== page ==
Claire’s big debate has her a nervous wreck, especially thanks to her family’s relentless criticisms. Just before she takes to the stage, however, Claire gets some encouraging words from Alex, the Pritchett-est of her three children. Alex tells Claire that she is a strong woman, and that by embracing her natural strength, she will defeat Bailey. What Alex doesn’t account for is Bailey’s citation of a particularly humiliating piece of character defamation from the Season 2 episode “Bixby’s Back,” when Claire’s husband Phil found himself naked in a strange woman’s hotel room on Valentine’s Day (he thought it was a room Claire checked into for the occasion). Up until this point, Claire handles the debate rather well. But this makes her break just a bit. Nothing catastrophic, though. No—what’s catastrophic is Phil’s interlude from the audience. He starts off on a rambling explanation of the event which provokes an embarrassing viral video. What I don’t entirely understand about this conclusion is how it actually serves the story at all. The episode for the Dunphys was about Claire’s likability and her support from her family. Although a following second conversation with Alex wraps it up very sweetly, with Claire’s daughter telling her how proud of and impressed by her she is for getting involved in something nerdy (“Nerdy is kind of [her] thing”), the Phil scene, while funny, sort of comes out of left field and doesn’t really contribute anything to Claire’s story.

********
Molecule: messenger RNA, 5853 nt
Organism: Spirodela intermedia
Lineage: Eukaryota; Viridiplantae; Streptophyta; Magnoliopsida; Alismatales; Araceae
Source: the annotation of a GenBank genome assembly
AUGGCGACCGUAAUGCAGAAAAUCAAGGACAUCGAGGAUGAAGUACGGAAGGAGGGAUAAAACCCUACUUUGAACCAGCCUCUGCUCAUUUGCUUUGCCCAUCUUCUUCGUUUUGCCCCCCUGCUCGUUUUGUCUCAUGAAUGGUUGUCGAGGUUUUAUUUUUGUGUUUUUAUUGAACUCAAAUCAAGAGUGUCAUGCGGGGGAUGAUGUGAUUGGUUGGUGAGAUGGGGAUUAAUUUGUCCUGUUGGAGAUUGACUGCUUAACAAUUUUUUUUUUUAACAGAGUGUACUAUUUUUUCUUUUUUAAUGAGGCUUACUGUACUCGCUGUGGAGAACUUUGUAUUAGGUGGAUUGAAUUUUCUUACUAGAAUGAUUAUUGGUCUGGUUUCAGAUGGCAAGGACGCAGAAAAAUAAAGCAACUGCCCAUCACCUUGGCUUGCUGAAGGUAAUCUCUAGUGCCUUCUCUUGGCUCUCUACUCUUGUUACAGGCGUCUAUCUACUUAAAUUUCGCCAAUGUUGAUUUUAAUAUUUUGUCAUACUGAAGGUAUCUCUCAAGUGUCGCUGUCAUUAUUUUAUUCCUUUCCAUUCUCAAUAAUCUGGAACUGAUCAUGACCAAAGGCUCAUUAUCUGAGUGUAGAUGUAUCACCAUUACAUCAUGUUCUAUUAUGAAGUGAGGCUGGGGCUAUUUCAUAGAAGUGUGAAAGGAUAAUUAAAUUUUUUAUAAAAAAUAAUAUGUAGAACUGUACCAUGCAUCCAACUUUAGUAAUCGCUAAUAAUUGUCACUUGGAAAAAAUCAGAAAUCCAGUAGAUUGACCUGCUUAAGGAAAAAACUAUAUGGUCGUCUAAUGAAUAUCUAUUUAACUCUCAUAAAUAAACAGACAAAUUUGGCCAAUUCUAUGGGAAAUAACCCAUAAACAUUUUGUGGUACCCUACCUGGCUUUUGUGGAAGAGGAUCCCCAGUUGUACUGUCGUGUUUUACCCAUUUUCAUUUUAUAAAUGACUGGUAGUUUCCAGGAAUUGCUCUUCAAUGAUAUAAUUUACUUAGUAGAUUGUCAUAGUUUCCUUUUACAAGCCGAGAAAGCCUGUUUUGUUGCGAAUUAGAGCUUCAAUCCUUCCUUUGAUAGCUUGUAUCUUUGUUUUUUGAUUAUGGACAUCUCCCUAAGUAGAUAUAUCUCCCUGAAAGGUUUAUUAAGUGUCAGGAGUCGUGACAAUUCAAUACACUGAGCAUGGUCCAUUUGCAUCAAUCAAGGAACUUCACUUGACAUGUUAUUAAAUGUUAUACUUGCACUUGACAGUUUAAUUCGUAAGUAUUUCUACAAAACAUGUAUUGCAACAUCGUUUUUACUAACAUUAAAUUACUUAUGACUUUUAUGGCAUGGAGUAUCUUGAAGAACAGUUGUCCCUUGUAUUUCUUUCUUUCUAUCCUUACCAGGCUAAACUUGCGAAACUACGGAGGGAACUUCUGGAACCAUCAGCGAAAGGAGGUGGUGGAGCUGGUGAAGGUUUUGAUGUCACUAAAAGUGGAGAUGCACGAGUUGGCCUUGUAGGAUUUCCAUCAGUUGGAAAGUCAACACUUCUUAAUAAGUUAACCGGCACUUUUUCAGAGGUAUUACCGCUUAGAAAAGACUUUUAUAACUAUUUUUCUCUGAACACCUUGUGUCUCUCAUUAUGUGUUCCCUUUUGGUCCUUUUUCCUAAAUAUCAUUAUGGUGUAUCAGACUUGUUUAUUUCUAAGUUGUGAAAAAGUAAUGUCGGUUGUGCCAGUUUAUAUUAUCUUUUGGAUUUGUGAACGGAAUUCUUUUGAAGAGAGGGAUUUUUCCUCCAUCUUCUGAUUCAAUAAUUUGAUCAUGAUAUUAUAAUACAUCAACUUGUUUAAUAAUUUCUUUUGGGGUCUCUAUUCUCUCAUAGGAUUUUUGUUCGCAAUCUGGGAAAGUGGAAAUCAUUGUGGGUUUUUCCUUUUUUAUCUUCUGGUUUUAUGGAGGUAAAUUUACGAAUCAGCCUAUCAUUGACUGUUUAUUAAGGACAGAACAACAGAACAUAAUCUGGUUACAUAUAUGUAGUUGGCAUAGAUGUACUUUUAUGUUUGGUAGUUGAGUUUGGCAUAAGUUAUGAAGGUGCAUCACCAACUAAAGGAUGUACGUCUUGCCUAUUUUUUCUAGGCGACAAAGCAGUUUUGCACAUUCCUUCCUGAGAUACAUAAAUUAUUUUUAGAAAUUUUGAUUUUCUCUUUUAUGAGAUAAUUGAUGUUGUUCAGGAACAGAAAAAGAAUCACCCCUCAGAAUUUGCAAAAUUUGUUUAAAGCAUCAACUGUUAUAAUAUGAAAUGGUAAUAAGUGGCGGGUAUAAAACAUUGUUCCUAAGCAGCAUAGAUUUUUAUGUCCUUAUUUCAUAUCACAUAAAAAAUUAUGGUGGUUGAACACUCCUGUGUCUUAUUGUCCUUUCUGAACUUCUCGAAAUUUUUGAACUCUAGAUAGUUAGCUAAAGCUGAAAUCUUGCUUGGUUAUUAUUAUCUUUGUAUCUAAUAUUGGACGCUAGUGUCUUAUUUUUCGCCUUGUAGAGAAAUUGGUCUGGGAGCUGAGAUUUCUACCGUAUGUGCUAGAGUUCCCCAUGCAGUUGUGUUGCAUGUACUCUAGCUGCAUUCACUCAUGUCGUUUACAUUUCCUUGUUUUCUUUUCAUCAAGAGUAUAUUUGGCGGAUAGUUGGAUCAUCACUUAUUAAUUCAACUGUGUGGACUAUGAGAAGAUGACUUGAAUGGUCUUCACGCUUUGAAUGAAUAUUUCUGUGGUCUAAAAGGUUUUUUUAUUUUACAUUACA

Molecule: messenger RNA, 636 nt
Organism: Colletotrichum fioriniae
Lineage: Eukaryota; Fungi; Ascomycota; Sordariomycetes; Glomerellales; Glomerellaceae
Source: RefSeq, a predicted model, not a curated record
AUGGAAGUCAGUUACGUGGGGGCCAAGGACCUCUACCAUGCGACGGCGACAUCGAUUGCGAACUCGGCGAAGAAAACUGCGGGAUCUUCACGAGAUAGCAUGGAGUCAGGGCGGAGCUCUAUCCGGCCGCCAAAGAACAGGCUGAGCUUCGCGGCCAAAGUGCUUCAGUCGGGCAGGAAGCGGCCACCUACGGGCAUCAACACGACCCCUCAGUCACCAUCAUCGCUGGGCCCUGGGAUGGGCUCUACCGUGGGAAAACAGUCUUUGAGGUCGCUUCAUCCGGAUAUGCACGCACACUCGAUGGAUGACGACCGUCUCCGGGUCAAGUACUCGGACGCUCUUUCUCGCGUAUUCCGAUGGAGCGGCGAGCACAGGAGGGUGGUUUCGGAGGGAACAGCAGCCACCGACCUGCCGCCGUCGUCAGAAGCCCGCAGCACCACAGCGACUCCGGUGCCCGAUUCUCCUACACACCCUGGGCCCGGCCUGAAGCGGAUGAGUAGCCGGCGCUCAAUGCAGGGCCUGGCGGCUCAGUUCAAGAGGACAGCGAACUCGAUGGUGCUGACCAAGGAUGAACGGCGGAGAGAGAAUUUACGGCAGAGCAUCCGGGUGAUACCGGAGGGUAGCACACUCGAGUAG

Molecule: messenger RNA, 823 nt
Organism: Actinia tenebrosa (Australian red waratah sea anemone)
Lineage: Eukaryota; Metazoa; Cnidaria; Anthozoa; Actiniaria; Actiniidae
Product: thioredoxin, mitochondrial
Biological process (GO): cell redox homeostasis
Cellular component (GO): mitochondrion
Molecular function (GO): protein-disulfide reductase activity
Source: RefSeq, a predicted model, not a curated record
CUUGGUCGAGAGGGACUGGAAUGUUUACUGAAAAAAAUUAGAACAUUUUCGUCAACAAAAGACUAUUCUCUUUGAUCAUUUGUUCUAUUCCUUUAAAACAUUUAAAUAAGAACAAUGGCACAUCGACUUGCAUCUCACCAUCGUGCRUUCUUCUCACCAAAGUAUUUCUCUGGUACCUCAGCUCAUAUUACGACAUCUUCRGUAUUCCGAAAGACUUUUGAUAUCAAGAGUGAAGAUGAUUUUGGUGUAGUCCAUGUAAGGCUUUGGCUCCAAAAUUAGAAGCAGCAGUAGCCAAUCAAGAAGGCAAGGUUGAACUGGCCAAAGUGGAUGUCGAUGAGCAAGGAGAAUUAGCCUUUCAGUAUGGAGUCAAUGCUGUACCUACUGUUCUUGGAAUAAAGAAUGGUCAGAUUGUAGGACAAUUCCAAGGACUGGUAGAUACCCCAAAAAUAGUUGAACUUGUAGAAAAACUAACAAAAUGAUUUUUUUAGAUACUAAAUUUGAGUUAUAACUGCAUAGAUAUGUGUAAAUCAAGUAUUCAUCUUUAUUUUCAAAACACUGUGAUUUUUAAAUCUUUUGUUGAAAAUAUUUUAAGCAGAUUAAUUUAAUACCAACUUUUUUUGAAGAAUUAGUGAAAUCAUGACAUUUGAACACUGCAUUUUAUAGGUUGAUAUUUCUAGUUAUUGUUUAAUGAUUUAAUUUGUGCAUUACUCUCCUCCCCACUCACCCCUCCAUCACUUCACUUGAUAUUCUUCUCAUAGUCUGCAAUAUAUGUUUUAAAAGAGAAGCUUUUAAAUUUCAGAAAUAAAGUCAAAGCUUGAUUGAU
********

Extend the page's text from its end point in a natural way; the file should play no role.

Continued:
The wedding scene has the family all together—Alex picks up Claire with her loving words, Jay admits appreciation to Gloria for saving Stella, and Mitchell and Cam fawn over their daughter sprinkling flowers down the aisle. And then, of course, Cam breaks out in tears, as he tends to do at weddings…and in an effort to cheer her sobbing father up, Lily shouts one last string of F-words, provoking laughter from everyone in the family (and most of the ceremony). And although it probably doesn’t speak well to my character to get on the “pro-toddler-cursing” train, it is just about the sweetest, warmest and most innocent way the storyline could be delivered. That’s Modern Family for you.